Headlines: January 28, 2019
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In today’s news headlines, the Congressional Budget Office released a report on Monday that concluded the 35-day government shutdown cost taxpayers a total of $11 billion. According to the report, “In CBO’s estimation, the shutdown dampened economic activity mainly because of the loss of furloughed federal workers’ contribution to GDP, the delay in federal spending on goods and services, and the reduction in aggregate demand.” Of the $11 billion loss, $3 billion will never be recovered. Meanwhile government agencies impacted by the record-breaking shutdown are struggling to recover and resume operations. Furloughed workers that have missed 2 paychecks are likely to begin receiving back pay by the middle of next week. But federal contract workers – including low paid workers like janitors, food service workers, and security guards – are not guaranteed back pay. It may be months or even years before all the impacts of the shutdown are undone.
It was apparently federal aviation workers whose low staffing levels leading to serious flight delays that pressured President Donald Trump to reverse his position on the shutdown. There was additional pressure on Trump from unions representing flight attendants and pilots that had written a strongly worded letter warning that the safety of air travel was at risk, and also a threat of a general strike by the head of the Flight Attendants union.
But the bill that Congress passed on Friday only guaranteed government funding for 3 weeks – a period that many hope will be enough time for a newly formed committee of 17 lawmakers to resolve the impasse that Democrats and Trump were at over Trump’s demand for a border wall. In an interview with the Wall Street Journal on Sunday Trump was asked how likely he thought it was that the committee would be able to come to an agreement. He replied, “I personally think it’s less than 50-50, but you have a lot of very good people on that board.” When the interviewers asked him if he would accept anything less than the $5.7 billion he has demanded, he replied, “I doubt it. I have to do it right.”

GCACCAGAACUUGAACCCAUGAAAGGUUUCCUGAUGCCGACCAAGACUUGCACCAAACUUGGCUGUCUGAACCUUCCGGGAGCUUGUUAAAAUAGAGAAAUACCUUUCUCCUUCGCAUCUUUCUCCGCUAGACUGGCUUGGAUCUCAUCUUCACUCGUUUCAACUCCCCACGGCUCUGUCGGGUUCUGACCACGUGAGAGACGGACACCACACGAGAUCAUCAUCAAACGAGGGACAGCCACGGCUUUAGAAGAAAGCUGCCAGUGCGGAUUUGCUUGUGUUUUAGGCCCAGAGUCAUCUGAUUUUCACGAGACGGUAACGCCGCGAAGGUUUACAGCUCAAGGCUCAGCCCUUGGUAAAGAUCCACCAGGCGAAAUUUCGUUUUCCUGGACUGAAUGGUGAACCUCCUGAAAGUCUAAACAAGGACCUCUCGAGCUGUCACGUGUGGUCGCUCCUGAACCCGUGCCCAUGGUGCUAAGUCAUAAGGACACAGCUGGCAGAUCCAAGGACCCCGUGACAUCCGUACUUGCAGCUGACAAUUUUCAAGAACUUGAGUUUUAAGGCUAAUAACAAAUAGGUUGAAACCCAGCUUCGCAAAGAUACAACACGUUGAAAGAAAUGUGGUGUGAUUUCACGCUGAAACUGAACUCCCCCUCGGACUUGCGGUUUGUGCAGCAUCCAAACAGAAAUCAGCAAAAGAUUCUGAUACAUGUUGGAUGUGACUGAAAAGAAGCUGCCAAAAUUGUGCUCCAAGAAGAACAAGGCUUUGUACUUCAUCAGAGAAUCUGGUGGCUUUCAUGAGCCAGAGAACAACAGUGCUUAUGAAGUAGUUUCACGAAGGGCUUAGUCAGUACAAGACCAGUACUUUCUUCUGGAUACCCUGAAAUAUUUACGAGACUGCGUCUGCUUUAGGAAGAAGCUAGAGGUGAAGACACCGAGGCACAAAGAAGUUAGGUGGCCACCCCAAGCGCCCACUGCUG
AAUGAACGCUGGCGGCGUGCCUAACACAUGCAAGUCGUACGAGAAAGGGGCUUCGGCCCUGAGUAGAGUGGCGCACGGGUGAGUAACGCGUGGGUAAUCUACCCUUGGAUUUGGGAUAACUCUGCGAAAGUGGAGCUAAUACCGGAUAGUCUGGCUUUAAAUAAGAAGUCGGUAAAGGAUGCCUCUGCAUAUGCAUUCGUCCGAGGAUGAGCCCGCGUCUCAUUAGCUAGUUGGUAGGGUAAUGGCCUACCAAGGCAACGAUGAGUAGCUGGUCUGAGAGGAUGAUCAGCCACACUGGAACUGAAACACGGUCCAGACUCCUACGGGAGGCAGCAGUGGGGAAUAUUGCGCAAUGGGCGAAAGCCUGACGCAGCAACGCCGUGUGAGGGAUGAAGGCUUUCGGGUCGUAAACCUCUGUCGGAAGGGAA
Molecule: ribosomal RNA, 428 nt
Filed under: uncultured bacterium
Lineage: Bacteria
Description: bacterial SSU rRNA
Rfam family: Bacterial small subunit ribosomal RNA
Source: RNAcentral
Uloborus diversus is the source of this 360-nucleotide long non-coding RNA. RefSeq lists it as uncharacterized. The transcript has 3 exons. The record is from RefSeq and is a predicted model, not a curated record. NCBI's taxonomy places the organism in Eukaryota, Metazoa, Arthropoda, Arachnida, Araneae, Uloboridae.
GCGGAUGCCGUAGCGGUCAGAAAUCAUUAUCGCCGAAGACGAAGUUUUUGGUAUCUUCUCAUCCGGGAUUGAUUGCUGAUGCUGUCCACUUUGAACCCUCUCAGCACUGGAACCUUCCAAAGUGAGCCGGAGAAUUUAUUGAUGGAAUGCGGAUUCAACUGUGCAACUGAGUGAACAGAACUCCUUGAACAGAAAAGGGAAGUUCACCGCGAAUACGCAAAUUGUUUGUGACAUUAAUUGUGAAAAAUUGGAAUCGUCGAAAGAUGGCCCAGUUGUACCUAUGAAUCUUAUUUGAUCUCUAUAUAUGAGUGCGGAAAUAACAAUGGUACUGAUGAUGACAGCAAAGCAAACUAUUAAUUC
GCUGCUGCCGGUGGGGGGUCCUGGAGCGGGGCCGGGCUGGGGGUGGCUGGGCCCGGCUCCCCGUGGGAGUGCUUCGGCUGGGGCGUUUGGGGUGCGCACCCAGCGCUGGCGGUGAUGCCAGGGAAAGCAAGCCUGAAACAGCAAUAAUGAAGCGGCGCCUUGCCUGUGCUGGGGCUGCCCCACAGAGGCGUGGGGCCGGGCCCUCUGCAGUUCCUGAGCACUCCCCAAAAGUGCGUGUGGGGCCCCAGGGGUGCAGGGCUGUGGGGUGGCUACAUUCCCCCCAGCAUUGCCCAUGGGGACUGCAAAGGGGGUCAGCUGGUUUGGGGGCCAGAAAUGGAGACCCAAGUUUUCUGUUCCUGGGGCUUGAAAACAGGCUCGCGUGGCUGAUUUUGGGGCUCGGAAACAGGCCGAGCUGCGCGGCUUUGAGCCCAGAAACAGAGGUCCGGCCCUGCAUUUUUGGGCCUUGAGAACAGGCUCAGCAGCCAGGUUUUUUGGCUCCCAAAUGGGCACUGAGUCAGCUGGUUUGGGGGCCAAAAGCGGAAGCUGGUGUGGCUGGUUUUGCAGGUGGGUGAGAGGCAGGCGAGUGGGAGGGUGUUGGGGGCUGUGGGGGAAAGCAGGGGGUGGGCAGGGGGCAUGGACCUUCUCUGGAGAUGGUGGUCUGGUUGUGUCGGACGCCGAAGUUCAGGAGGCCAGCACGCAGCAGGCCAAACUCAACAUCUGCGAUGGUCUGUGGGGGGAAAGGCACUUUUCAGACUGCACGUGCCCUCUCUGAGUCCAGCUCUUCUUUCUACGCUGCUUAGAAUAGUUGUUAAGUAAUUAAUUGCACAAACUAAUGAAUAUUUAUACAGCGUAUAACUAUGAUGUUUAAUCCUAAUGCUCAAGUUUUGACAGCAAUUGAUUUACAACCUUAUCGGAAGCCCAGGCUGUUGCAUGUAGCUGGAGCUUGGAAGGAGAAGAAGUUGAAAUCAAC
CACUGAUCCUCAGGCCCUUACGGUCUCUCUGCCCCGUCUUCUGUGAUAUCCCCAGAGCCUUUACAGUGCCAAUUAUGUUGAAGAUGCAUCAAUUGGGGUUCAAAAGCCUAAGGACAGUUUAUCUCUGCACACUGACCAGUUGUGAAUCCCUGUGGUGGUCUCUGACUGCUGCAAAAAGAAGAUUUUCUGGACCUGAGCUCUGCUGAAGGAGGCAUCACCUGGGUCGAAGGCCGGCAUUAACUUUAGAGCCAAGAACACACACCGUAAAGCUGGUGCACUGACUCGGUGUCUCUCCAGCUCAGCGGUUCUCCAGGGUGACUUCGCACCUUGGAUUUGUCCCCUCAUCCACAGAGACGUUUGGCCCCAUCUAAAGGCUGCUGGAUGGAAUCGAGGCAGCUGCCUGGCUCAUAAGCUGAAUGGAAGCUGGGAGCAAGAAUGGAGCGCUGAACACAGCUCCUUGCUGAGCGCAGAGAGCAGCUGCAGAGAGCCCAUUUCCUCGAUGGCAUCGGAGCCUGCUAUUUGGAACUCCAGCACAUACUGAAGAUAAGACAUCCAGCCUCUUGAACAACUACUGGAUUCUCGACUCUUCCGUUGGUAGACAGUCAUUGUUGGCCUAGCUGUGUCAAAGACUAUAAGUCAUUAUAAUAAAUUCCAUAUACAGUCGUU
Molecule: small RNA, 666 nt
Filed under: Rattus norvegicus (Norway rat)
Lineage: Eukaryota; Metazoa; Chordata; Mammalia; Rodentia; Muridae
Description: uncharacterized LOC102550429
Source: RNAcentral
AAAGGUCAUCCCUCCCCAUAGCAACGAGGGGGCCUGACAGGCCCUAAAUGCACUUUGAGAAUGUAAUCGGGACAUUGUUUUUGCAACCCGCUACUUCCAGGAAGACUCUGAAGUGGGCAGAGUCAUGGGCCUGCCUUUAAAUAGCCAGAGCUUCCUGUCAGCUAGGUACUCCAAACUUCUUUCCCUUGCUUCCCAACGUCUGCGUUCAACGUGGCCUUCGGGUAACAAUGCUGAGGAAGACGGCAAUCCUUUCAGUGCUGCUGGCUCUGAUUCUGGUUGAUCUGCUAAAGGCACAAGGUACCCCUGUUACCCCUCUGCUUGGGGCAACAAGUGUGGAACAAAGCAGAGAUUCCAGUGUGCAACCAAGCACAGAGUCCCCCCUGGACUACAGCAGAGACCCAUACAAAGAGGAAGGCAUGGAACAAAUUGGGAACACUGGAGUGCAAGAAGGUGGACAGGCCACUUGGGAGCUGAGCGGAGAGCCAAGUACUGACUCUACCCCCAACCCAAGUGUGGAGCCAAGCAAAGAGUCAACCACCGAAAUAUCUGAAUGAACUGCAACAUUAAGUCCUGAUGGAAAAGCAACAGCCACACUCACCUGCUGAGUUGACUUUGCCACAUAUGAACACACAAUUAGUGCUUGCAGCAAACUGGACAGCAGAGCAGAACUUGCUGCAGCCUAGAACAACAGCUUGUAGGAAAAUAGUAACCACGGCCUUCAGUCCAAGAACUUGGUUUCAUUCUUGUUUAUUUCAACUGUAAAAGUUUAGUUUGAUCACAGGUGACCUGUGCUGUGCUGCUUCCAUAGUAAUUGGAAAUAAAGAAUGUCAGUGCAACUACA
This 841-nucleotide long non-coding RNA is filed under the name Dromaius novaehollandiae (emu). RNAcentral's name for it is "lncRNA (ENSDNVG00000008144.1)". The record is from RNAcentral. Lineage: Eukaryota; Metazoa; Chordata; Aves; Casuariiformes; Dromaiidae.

White House Chief of Staff Mick Mulvaney also dimmed hopes of a positive resolution before the February 15th deadline. White House Chief of Staff Mick Mulvaney on an interview on CBS’s Face the Nation on Sunday said that Trump was willing to shut the government down again in 3 weeks if he didn’t get what he wanted.
Meanwhile some lawmakers are making a push to outlaw government shutdowns. Republican Senator Lamar Alexander said, “Shutting down the government should be as off limits in budget negotiations as chemical warfare is in real warfare.” According to the New York Times, “Veterans of past shutdowns have come to learn that there are few, if any, winners in the end and that closing the government has not proved effective as a negotiating strategy for those who use the government as a lever to press their case. It didn’t work for Newt Gingrich in the 1990s, for Senator Ted Cruz of Texas and House conservatives in 2013 or for Senator Chuck Schumer of New York and fellow Democrats early in 2018 when they relented on a shutdown after just three days.” Republican Senator Rob Portman reintroduced a bill to ban shutdowns this month, which now has 18 co-sponsors. Portman has been trying to get such a bill passed for years.
Senator Kamala Harris officially kicked off her presidential bid in Oakland, California on Sunday. The junior Senator from California had served as the state’s Attorney General when she was seen as a rising star in the Democratic Party.
Howard Schultz, the former CEO of Starbucks corporation has also decided to run for President. Schultz announced his bid as a, “centrist independent,” in an interview on CBS’s 60 Minutes on Sunday. He was asked his views on a number of topics including healthcare. A number of Democrats howled in protest, urging Schultz to not run saying that his candidacy would split votes and help Trump win reelection.
In international news, the US and Afghan Taliban have made more progress on peace talks than ever before since the start of the longest war. On Monday, Mr. Zalmay Khalilzad, the US Envoy to Afghanistan and chief negotiator with the Taliban said that both sides had agreed on a framework agreement that could lead to the pullout of all US troops. Khalilzad said in an interview with the New York Times, “The Taliban have committed, to our satisfaction, to do what is necessary that would prevent Afghanistan from ever becoming a platform for international terrorist groups or individuals.” Afghan women serving in the Parliament however fear that a US departure would once more leave them at the mercy of the misogynist Taliban. Robina Hamdard with the group, Afghan Women’s Network said, “We don’t want a peace that will make the situation worse for women’s rights compared to now.”
And in Venezuela, where opposition leader Juan Guaido has declared himself President, democratically elected President Nicolas Maduro oversaw a military exercise on Sunday, in a show of power. According to Reuters, “Maduro said the display showed the world he had the backing of the military and that Venezuela’s armed forces were ready to defend the country. Maduro says Guaido is taking part in a coup directed by Trump’s hardline policy advisers, who include Cold War veterans John Bolton and Elliott Abrams.”